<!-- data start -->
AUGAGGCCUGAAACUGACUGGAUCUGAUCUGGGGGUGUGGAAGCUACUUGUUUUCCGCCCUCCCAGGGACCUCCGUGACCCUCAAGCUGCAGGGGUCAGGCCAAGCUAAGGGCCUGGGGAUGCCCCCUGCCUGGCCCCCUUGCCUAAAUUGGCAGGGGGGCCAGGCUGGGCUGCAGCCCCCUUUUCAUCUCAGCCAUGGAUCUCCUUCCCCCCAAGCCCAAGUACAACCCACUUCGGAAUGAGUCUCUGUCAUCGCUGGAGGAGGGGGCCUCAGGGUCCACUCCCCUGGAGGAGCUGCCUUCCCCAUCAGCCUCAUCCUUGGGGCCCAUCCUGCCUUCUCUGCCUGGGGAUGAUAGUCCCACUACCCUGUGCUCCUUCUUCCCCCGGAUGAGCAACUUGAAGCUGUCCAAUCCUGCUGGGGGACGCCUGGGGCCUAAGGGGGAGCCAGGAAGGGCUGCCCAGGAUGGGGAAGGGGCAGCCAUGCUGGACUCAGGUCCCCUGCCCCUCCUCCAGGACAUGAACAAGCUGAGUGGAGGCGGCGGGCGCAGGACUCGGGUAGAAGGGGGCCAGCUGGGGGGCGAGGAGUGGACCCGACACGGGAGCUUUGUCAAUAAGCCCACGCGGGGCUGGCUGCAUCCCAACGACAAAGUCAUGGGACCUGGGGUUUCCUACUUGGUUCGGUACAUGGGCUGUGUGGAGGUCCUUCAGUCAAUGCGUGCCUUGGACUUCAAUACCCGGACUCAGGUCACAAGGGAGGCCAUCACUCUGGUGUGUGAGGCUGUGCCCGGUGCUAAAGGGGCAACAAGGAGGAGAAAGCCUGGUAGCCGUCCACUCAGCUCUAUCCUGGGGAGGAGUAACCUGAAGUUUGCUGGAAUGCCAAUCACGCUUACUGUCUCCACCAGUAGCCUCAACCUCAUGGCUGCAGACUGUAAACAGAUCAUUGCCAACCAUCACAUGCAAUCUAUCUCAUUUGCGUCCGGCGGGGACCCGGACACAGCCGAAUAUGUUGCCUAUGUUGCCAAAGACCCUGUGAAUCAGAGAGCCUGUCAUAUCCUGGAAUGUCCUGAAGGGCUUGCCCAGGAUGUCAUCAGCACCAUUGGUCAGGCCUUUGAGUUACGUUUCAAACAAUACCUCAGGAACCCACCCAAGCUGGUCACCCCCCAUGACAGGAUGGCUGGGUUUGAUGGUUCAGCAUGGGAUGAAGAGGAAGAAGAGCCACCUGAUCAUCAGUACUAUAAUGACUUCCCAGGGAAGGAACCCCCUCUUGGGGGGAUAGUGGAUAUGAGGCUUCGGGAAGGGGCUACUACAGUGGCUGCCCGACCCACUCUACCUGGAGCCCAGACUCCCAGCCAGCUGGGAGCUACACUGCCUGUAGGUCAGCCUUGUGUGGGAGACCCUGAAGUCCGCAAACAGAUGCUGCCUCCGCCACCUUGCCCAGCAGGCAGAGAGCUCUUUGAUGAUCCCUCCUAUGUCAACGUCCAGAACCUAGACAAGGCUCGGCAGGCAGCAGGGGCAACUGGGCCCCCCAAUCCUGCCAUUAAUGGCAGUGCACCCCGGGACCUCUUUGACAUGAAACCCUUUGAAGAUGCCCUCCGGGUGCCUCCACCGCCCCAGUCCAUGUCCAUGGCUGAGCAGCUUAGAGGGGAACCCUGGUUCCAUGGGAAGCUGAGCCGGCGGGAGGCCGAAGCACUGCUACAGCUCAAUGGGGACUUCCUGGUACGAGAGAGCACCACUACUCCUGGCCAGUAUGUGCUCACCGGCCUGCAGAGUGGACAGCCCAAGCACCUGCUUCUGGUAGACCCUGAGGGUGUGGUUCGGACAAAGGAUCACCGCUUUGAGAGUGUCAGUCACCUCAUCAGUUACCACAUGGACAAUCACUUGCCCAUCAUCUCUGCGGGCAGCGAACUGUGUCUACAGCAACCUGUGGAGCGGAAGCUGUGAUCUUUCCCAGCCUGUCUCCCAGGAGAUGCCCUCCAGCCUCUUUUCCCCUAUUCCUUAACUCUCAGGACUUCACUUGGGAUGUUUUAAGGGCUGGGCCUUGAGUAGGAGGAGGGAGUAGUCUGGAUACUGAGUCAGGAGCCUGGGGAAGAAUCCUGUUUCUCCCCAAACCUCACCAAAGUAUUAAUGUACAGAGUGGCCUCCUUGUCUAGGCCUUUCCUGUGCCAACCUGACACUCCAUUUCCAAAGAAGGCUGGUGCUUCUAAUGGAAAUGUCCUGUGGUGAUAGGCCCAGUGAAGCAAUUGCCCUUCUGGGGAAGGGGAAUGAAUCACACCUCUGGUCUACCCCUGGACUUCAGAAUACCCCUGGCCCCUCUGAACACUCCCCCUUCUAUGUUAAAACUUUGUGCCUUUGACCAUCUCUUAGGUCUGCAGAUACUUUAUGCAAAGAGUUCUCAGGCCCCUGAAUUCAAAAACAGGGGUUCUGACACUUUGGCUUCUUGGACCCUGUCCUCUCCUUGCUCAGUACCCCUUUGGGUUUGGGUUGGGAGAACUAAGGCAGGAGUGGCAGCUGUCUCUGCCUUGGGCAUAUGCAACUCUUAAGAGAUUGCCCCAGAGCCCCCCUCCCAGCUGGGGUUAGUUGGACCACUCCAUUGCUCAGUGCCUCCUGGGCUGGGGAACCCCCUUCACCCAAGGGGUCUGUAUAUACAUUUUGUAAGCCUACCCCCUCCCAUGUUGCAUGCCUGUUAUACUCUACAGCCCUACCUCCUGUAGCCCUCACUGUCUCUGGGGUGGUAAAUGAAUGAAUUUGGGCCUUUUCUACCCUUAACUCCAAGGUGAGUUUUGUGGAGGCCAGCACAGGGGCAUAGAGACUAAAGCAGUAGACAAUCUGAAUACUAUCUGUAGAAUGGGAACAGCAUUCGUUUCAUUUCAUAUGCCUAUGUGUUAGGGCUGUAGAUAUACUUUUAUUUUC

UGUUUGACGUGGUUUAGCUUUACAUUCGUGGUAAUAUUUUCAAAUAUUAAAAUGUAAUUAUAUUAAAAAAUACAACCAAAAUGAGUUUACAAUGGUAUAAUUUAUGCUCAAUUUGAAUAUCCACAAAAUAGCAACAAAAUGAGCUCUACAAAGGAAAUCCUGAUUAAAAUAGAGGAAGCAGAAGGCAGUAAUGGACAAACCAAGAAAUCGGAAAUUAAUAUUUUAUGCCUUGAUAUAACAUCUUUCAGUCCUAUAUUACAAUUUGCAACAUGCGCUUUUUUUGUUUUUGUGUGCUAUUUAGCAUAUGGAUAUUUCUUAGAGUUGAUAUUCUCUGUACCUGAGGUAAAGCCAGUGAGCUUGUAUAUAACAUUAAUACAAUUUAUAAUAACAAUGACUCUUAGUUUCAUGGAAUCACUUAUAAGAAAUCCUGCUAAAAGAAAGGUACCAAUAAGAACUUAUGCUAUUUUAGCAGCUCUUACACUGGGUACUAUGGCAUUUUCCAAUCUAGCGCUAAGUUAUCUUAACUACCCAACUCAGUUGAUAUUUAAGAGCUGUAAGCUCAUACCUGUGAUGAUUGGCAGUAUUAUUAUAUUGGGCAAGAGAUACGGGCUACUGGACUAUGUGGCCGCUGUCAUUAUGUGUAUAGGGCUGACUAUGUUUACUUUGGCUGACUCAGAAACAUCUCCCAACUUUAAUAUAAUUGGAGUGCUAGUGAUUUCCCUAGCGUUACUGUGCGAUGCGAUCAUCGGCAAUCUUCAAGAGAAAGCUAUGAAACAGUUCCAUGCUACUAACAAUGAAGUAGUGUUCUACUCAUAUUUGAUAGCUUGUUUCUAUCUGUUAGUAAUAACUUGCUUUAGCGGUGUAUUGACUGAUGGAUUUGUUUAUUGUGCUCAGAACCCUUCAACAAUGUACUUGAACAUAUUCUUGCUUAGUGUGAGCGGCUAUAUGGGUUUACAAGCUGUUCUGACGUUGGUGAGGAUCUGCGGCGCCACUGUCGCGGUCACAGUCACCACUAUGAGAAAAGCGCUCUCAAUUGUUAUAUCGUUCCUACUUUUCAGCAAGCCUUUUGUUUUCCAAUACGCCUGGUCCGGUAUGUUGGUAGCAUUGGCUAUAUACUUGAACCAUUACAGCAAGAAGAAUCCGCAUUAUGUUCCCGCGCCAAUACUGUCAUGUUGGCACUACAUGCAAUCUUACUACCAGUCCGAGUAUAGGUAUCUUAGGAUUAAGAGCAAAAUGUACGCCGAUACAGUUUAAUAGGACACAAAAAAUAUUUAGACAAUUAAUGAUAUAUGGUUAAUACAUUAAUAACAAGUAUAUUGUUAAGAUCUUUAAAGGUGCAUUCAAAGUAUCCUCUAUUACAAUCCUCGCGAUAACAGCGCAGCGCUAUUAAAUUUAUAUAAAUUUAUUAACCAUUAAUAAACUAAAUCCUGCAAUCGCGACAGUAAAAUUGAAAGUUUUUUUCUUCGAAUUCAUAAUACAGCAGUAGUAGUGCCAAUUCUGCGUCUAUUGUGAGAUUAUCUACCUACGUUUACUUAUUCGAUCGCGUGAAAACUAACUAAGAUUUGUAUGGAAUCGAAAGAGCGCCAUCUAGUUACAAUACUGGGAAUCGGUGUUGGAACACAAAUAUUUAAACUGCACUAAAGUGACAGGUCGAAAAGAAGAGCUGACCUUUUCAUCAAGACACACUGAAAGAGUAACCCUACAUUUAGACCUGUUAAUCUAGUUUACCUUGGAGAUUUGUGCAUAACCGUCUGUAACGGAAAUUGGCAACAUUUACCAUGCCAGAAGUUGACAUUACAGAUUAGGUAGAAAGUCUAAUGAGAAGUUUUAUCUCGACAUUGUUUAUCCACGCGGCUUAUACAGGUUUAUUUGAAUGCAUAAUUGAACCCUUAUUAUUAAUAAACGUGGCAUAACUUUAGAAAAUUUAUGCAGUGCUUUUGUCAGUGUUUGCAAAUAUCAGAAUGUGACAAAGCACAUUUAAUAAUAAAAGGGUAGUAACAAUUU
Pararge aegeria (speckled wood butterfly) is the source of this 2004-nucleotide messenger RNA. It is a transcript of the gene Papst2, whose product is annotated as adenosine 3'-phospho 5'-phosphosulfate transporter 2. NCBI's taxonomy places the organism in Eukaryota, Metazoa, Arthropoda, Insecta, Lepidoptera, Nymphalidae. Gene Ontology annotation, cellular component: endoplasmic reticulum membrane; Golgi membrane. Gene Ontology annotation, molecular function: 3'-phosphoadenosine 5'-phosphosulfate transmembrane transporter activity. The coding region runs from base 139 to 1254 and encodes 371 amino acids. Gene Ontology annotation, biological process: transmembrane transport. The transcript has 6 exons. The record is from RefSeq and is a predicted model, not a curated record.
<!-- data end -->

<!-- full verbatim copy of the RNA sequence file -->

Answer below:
AUGAGGCCUGAAACUGACUGGAUCUGAUCUGGGGGUGUGGAAGCUACUUGUUUUCCGCCCUCCCAGGGACCUCCGUGACCCUCAAGCUGCAGGGGUCAGGCCAAGCUAAGGGCCUGGGGAUGCCCCCUGCCUGGCCCCCUUGCCUAAAUUGGCAGGGGGGCCAGGCUGGGCUGCAGCCCCCUUUUCAUCUCAGCCAUGGAUCUCCUUCCCCCCAAGCCCAAGUACAACCCACUUCGGAAUGAGUCUCUGUCAUCGCUGGAGGAGGGGGCCUCAGGGUCCACUCCCCUGGAGGAGCUGCCUUCCCCAUCAGCCUCAUCCUUGGGGCCCAUCCUGCCUUCUCUGCCUGGGGAUGAUAGUCCCACUACCCUGUGCUCCUUCUUCCCCCGGAUGAGCAACUUGAAGCUGUCCAAUCCUGCUGGGGGACGCCUGGGGCCUAAGGGGGAGCCAGGAAGGGCUGCCCAGGAUGGGGAAGGGGCAGCCAUGCUGGACUCAGGUCCCCUGCCCCUCCUCCAGGACAUGAACAAGCUGAGUGGAGGCGGCGGGCGCAGGACUCGGGUAGAAGGGGGCCAGCUGGGGGGCGAGGAGUGGACCCGACACGGGAGCUUUGUCAAUAAGCCCACGCGGGGCUGGCUGCAUCCCAACGACAAAGUCAUGGGACCUGGGGUUUCCUACUUGGUUCGGUACAUGGGCUGUGUGGAGGUCCUUCAGUCAAUGCGUGCCUUGGACUUCAAUACCCGGACUCAGGUCACAAGGGAGGCCAUCACUCUGGUGUGUGAGGCUGUGCCCGGUGCUAAAGGGGCAACAAGGAGGAGAAAGCCUGGUAGCCGUCCACUCAGCUCUAUCCUGGGGAGGAGUAACCUGAAGUUUGCUGGAAUGCCAAUCACGCUUACUGUCUCCACCAGUAGCCUCAACCUCAUGGCUGCAGACUGUAAACAGAUCAUUGCCAACCAUCACAUGCAAUCUAUCUCAUUUGCGUCCGGCGGGGACCCGGACACAGCCGAAUAUGUUGCCUAUGUUGCCAAAGACCCUGUGAAUCAGAGAGCCUGUCAUAUCCUGGAAUGUCCUGAAGGGCUUGCCCAGGAUGUCAUCAGCACCAUUGGUCAGGCCUUUGAGUUACGUUUCAAACAAUACCUCAGGAACCCACCCAAGCUGGUCACCCCCCAUGACAGGAUGGCUGGGUUUGAUGGUUCAGCAUGGGAUGAAGAGGAAGAAGAGCCACCUGAUCAUCAGUACUAUAAUGACUUCCCAGGGAAGGAACCCCCUCUUGGGGGGAUAGUGGAUAUGAGGCUUCGGGAAGGGGCUACUACAGUGGCUGCCCGACCCACUCUACCUGGAGCCCAGACUCCCAGCCAGCUGGGAGCUACACUGCCUGUAGGUCAGCCUUGUGUGGGAGACCCUGAAGUCCGCAAACAGAUGCUGCCUCCGCCACCUUGCCCAGCAGGCAGAGAGCUCUUUGAUGAUCCCUCCUAUGUCAACGUCCAGAACCUAGACAAGGCUCGGCAGGCAGCAGGGGCAACUGGGCCCCCCAAUCCUGCCAUUAAUGGCAGUGCACCCCGGGACCUCUUUGACAUGAAACCCUUUGAAGAUGCCCUCCGGGUGCCUCCACCGCCCCAGUCCAUGUCCAUGGCUGAGCAGCUUAGAGGGGAACCCUGGUUCCAUGGGAAGCUGAGCCGGCGGGAGGCCGAAGCACUGCUACAGCUCAAUGGGGACUUCCUGGUACGAGAGAGCACCACUACUCCUGGCCAGUAUGUGCUCACCGGCCUGCAGAGUGGACAGCCCAAGCACCUGCUUCUGGUAGACCCUGAGGGUGUGGUUCGGACAAAGGAUCACCGCUUUGAGAGUGUCAGUCACCUCAUCAGUUACCACAUGGACAAUCACUUGCCCAUCAUCUCUGCGGGCAGCGAACUGUGUCUACAGCAACCUGUGGAGCGGAAGCUGUGAUCUUUCCCAGCCUGUCUCCCAGGAGAUGCCCUCCAGCCUCUUUUCCCCUAUUCCUUAACUCUCAGGACUUCACUUGGGAUGUUUUAAGGGCUGGGCCUUGAGUAGGAGGAGGGAGUAGUCUGGAUACUGAGUCAGGAGCCUGGGGAAGAAUCCUGUUUCUCCCCAAACCUCACCAAAGUAUUAAUGUACAGAGUGGCCUCCUUGUCUAGGCCUUUCCUGUGCCAACCUGACACUCCAUUUCCAAAGAAGGCUGGUGCUUCUAAUGGAAAUGUCCUGUGGUGAUAGGCCCAGUGAAGCAAUUGCCCUUCUGGGGAAGGGGAAUGAAUCACACCUCUGGUCUACCCCUGGACUUCAGAAUACCCCUGGCCCCUCUGAACACUCCCCCUUCUAUGUUAAAACUUUGUGCCUUUGACCAUCUCUUAGGUCUGCAGAUACUUUAUGCAAAGAGUUCUCAGGCCCCUGAAUUCAAAAACAGGGGUUCUGACACUUUGGCUUCUUGGACCCUGUCCUCUCCUUGCUCAGUACCCCUUUGGGUUUGGGUUGGGAGAACUAAGGCAGGAGUGGCAGCUGUCUCUGCCUUGGGCAUAUGCAACUCUUAAGAGAUUGCCCCAGAGCCCCCCUCCCAGCUGGGGUUAGUUGGACCACUCCAUUGCUCAGUGCCUCCUGGGCUGGGGAACCCCCUUCACCCAAGGGGUCUGUAUAUACAUUUUGUAAGCCUACCCCCUCCCAUGUUGCAUGCCUGUUAUACUCUACAGCCCUACCUCCUGUAGCCCUCACUGUCUCUGGGGUGGUAAAUGAAUGAAUUUGGGCCUUUUCUACCCUUAACUCCAAGGUGAGUUUUGUGGAGGCCAGCACAGGGGCAUAGAGACUAAAGCAGUAGACAAUCUGAAUACUAUCUGUAGAAUGGGAACAGCAUUCGUUUCAUUUCAUAUGCCUAUGUGUUAGGGCUGUAGAUAUACUUUUAUUUUC

UGUUUGACGUGGUUUAGCUUUACAUUCGUGGUAAUAUUUUCAAAUAUUAAAAUGUAAUUAUAUUAAAAAAUACAACCAAAAUGAGUUUACAAUGGUAUAAUUUAUGCUCAAUUUGAAUAUCCACAAAAUAGCAACAAAAUGAGCUCUACAAAGGAAAUCCUGAUUAAAAUAGAGGAAGCAGAAGGCAGUAAUGGACAAACCAAGAAAUCGGAAAUUAAUAUUUUAUGCCUUGAUAUAACAUCUUUCAGUCCUAUAUUACAAUUUGCAACAUGCGCUUUUUUUGUUUUUGUGUGCUAUUUAGCAUAUGGAUAUUUCUUAGAGUUGAUAUUCUCUGUACCUGAGGUAAAGCCAGUGAGCUUGUAUAUAACAUUAAUACAAUUUAUAAUAACAAUGACUCUUAGUUUCAUGGAAUCACUUAUAAGAAAUCCUGCUAAAAGAAAGGUACCAAUAAGAACUUAUGCUAUUUUAGCAGCUCUUACACUGGGUACUAUGGCAUUUUCCAAUCUAGCGCUAAGUUAUCUUAACUACCCAACUCAGUUGAUAUUUAAGAGCUGUAAGCUCAUACCUGUGAUGAUUGGCAGUAUUAUUAUAUUGGGCAAGAGAUACGGGCUACUGGACUAUGUGGCCGCUGUCAUUAUGUGUAUAGGGCUGACUAUGUUUACUUUGGCUGACUCAGAAACAUCUCCCAACUUUAAUAUAAUUGGAGUGCUAGUGAUUUCCCUAGCGUUACUGUGCGAUGCGAUCAUCGGCAAUCUUCAAGAGAAAGCUAUGAAACAGUUCCAUGCUACUAACAAUGAAGUAGUGUUCUACUCAUAUUUGAUAGCUUGUUUCUAUCUGUUAGUAAUAACUUGCUUUAGCGGUGUAUUGACUGAUGGAUUUGUUUAUUGUGCUCAGAACCCUUCAACAAUGUACUUGAACAUAUUCUUGCUUAGUGUGAGCGGCUAUAUGGGUUUACAAGCUGUUCUGACGUUGGUGAGGAUCUGCGGCGCCACUGUCGCGGUCACAGUCACCACUAUGAGAAAAGCGCUCUCAAUUGUUAUAUCGUUCCUACUUUUCAGCAAGCCUUUUGUUUUCCAAUACGCCUGGUCCGGUAUGUUGGUAGCAUUGGCUAUAUACUUGAACCAUUACAGCAAGAAGAAUCCGCAUUAUGUUCCCGCGCCAAUACUGUCAUGUUGGCACUACAUGCAAUCUUACUACCAGUCCGAGUAUAGGUAUCUUAGGAUUAAGAGCAAAAUGUACGCCGAUACAGUUUAAUAGGACACAAAAAAUAUUUAGACAAUUAAUGAUAUAUGGUUAAUACAUUAAUAACAAGUAUAUUGUUAAGAUCUUUAAAGGUGCAUUCAAAGUAUCCUCUAUUACAAUCCUCGCGAUAACAGCGCAGCGCUAUUAAAUUUAUAUAAAUUUAUUAACCAUUAAUAAACUAAAUCCUGCAAUCGCGACAGUAAAAUUGAAAGUUUUUUUCUUCGAAUUCAUAAUACAGCAGUAGUAGUGCCAAUUCUGCGUCUAUUGUGAGAUUAUCUACCUACGUUUACUUAUUCGAUCGCGUGAAAACUAACUAAGAUUUGUAUGGAAUCGAAAGAGCGCCAUCUAGUUACAAUACUGGGAAUCGGUGUUGGAACACAAAUAUUUAAACUGCACUAAAGUGACAGGUCGAAAAGAAGAGCUGACCUUUUCAUCAAGACACACUGAAAGAGUAACCCUACAUUUAGACCUGUUAAUCUAGUUUACCUUGGAGAUUUGUGCAUAACCGUCUGUAACGGAAAUUGGCAACAUUUACCAUGCCAGAAGUUGACAUUACAGAUUAGGUAGAAAGUCUAAUGAGAAGUUUUAUCUCGACAUUGUUUAUCCACGCGGCUUAUACAGGUUUAUUUGAAUGCAUAAUUGAACCCUUAUUAUUAAUAAACGUGGCAUAACUUUAGAAAAUUUAUGCAGUGCUUUUGUCAGUGUUUGCAAAUAUCAGAAUGUGACAAAGCACAUUUAAUAAUAAAAGGGUAGUAACAAUUU
Pararge aegeria (speckled wood butterfly) is the source of this 2004-nucleotide messenger RNA. It is a transcript of the gene Papst2, whose product is annotated as adenosine 3'-phospho 5'-phosphosulfate transporter 2. NCBI's taxonomy places the organism in Eukaryota, Metazoa, Arthropoda, Insecta, Lepidoptera, Nymphalidae. Gene Ontology annotation, cellular component: endoplasmic reticulum membrane; Golgi membrane. Gene Ontology annotation, molecular function: 3'-phosphoadenosine 5'-phosphosulfate transmembrane transporter activity. The coding region runs from base 139 to 1254 and encodes 371 amino acids. Gene Ontology annotation, biological process: transmembrane transport. The transcript has 6 exons. The record is from RefSeq and is a predicted model, not a curated record.